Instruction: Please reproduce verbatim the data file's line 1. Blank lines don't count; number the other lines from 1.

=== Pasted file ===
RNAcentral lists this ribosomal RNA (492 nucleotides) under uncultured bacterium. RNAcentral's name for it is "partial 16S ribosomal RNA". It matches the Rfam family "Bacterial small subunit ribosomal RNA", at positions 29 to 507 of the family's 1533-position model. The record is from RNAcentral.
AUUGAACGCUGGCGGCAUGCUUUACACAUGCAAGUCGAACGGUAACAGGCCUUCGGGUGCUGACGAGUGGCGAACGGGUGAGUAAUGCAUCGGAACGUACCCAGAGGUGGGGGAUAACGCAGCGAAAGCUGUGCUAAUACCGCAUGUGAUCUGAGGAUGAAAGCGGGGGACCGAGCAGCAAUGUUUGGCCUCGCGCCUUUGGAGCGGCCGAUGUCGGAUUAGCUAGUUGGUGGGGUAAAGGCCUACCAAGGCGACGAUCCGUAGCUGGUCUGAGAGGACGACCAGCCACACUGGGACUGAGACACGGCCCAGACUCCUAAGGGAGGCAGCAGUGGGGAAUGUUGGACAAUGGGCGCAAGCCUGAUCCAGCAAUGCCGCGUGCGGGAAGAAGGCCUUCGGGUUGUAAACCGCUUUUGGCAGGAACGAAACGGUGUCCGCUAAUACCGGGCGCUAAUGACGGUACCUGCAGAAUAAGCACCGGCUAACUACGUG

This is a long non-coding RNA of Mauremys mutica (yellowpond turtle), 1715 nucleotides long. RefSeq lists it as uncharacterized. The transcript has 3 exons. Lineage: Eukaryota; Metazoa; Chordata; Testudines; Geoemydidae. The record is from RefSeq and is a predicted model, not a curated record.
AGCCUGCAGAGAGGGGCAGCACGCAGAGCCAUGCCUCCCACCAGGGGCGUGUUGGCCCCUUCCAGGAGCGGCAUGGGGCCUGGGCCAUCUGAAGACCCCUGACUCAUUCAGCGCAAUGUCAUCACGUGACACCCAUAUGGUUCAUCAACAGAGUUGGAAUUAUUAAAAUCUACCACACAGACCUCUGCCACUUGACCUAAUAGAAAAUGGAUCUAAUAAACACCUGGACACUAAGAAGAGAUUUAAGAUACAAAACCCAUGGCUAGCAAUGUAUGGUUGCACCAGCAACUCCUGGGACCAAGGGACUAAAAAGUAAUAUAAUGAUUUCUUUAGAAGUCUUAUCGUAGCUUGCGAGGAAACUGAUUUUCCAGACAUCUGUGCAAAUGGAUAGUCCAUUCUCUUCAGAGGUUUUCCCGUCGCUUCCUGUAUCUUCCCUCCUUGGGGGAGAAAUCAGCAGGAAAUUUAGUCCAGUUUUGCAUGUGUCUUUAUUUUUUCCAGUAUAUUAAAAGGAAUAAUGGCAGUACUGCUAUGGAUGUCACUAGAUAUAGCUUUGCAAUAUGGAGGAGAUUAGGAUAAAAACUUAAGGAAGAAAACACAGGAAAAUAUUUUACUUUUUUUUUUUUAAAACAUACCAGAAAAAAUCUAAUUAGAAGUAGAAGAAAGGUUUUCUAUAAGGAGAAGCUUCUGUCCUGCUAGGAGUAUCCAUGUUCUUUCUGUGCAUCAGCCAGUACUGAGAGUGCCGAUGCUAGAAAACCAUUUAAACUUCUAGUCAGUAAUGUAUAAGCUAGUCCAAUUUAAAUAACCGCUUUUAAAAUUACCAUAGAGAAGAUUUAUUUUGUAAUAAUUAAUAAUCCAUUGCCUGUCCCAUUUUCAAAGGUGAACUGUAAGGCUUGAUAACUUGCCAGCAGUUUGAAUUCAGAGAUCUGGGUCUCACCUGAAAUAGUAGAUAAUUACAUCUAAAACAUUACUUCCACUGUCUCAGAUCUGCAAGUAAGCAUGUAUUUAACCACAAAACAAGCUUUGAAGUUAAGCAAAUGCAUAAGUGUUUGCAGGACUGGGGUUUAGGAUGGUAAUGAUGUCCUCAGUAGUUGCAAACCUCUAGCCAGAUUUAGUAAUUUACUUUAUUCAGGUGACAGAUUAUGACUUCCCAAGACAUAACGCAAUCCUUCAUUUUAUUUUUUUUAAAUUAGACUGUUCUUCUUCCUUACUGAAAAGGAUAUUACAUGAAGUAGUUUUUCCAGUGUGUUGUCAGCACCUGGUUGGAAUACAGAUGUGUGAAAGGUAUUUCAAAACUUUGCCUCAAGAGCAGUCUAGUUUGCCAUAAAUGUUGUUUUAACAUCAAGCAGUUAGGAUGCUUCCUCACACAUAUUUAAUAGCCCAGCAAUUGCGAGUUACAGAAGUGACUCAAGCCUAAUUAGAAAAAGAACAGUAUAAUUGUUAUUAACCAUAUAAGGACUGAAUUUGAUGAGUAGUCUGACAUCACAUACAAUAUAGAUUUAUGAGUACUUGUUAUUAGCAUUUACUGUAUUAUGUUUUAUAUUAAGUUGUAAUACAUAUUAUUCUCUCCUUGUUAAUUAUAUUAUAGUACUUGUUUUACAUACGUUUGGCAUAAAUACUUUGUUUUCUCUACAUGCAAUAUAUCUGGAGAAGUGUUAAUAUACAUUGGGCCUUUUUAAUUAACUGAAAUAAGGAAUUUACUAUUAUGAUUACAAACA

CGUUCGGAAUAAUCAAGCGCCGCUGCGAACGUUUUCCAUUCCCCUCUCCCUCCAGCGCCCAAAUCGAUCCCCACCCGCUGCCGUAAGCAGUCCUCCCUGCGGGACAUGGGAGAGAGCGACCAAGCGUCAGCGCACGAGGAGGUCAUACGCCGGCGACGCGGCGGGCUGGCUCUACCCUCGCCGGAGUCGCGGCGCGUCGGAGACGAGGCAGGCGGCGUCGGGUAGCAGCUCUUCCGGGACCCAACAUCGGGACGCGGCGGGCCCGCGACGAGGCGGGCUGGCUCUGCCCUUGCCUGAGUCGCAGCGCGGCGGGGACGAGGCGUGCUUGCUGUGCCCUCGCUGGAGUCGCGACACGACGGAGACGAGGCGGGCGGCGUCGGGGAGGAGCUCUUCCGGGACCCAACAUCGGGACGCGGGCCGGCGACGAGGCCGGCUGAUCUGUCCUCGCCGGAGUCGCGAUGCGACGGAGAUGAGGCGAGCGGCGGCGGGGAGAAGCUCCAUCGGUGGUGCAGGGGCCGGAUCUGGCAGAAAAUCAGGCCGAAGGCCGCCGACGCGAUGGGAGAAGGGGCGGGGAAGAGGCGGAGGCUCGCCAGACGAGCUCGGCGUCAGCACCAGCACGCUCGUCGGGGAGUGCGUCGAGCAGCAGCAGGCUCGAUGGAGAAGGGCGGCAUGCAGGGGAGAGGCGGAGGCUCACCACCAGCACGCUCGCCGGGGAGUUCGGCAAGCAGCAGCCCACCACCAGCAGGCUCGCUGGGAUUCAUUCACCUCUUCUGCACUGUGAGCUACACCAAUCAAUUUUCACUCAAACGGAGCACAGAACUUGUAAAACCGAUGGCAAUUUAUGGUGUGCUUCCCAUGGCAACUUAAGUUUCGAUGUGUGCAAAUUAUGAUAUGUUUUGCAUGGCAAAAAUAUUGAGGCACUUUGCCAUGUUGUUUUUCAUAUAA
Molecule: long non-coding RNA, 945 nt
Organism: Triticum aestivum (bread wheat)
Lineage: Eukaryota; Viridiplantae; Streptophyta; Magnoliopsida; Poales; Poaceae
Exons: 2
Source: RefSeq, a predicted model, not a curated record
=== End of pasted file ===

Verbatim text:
RNAcentral lists this ribosomal RNA (492 nucleotides) under uncultured bacterium. RNAcentral's name for it is "partial 16S ribosomal RNA". It matches the Rfam family "Bacterial small subunit ribosomal RNA", at positions 29 to 507 of the family's 1533-position model. The record is from RNAcentral.